California Naturalist
California Naturalist
California Naturalist
University of California
California Naturalist

Community Science for CA Naturalists

Welcome to our ongoing effort to catalog citizen science and other public participation in scientific research (PPSR) projects for UC California Naturalists and other citizen scientists.  We invite you to browse the listed projects or enter key words (like birds, youth, invasive, coast, Alameda, etc.) in the search box above to find projects in your area. It's a great way to stay involved and keep developing your skills as a natural scientist!

A vast majority of the information in the database was gathered from project websites and may be out of date. We encourage you to contact projects directly to get involved and learn about most recent opportunities. If you work with a listed project and would like to add to, update, or correct the information we have, please email cghdixon@ucdavis.edu. Also, please consider filling out the "PPSR perspectives" survey. Click here to access the survey, which will help guide this project in the coming year.

If you know of a project not on our list, please go to the "tell us about a project" link on the left so we can list the project here. Thanks for your help!

Special thanks goes to the National Science Foundation Informal Science Education program and the Stephen J. Bechtel, Jr. Foundation for supporting this database of projects.

 Project Name Project Feeder Watch
 Organization Name Cornell Lab of Ornithology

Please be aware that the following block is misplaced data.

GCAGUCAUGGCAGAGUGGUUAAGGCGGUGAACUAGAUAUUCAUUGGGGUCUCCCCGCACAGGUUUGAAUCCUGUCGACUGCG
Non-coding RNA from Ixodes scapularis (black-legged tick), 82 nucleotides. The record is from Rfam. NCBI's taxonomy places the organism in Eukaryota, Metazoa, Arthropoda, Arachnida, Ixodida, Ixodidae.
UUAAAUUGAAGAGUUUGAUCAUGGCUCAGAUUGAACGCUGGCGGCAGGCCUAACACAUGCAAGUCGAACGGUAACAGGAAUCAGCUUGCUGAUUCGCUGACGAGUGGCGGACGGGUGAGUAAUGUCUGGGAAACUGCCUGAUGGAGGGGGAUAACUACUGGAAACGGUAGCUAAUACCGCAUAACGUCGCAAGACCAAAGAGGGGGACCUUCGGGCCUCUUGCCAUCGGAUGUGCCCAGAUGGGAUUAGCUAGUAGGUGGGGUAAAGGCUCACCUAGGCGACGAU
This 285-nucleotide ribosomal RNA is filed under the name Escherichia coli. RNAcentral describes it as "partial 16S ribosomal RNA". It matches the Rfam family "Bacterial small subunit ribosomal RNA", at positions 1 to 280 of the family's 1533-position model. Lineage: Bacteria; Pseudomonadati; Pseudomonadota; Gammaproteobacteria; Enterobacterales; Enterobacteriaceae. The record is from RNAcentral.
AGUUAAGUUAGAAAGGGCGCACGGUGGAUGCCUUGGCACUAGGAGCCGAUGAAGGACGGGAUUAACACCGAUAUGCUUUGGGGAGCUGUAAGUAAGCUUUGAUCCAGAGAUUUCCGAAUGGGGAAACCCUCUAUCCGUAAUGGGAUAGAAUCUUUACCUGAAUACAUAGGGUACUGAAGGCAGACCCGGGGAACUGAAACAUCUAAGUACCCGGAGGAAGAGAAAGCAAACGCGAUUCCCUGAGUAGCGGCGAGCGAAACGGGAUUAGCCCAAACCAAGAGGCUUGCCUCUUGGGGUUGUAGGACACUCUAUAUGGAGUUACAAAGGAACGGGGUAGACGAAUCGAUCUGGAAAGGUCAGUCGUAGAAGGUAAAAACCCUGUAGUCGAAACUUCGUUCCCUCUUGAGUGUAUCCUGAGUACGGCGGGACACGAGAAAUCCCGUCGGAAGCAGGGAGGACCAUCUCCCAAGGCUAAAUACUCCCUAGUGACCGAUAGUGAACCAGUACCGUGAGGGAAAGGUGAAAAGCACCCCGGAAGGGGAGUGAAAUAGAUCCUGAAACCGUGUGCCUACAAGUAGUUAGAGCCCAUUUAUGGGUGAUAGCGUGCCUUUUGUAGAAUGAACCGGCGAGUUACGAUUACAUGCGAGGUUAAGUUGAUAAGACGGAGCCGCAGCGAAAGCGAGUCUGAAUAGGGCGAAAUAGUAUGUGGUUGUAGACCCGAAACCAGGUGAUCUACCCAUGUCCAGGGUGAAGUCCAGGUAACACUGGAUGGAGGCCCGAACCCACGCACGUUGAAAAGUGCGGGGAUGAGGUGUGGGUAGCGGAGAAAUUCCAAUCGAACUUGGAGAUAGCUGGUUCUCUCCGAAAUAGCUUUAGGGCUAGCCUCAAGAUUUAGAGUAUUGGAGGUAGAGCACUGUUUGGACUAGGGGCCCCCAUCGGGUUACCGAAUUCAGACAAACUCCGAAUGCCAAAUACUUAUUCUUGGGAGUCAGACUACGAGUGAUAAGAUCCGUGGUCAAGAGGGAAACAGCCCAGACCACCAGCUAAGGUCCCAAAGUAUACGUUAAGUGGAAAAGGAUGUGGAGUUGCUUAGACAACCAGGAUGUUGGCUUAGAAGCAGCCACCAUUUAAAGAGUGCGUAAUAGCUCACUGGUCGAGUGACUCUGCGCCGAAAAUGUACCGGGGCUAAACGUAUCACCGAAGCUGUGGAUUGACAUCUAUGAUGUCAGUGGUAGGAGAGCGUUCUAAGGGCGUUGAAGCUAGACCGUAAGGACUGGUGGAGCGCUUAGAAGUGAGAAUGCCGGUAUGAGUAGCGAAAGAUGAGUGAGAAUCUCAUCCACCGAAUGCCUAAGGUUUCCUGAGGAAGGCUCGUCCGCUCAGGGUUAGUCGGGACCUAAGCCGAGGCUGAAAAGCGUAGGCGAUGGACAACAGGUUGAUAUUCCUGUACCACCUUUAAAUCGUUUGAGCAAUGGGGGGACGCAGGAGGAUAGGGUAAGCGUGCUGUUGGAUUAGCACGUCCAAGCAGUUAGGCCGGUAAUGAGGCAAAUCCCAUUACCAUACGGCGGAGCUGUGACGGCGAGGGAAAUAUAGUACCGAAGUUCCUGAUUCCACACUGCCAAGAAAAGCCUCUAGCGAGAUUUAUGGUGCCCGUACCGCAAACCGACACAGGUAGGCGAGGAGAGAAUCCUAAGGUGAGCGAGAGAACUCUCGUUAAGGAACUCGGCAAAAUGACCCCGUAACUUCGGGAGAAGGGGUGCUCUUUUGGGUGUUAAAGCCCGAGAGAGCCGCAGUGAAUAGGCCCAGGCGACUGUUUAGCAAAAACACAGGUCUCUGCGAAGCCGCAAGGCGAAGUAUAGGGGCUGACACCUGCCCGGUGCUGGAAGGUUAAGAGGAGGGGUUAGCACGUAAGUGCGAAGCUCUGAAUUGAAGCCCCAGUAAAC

Project Website http://feederwatch.org/
 Organization Website http://birds.cornell.edu/Page.aspx?pid=1478
 Partners Bird Studies Canada
 Contact Email feederwatch@cornell.edu
 Contact Phone (607) 254-2427; (800) 843-2473
 Project Purpose (taken from project materials) Data show which bird species visit feeders at thousands of locations across the continent every winter. The data also indicate how many individuals of each species are seen. This information can be used to measure changes in the winter ranges and abundances of bird species over time.

FeederWatch data tell us where birds are as well as where they are not. This crucial information enables scientists to piece together the most accurate population maps.

The massive amounts of data collected by FeederWatchers across the continent help scientists understand

  • long-term trends in bird distribution and abundance
  • the timing and extent of winter irruptions of winter finches and other species.
  • expansions or contractions in the winter ranges of feeder birds
  • the kinds of foods and environmental factors that attract birds
  • how disease is spread among birds that visit feeders
 Participant Activities (1) Set-up a bird feeder; (2) Count the birds that visit; (3) send the data to scientists. Step-by-step instructions for each of these steps are on the website.

 Data Entry Website, Data Sheets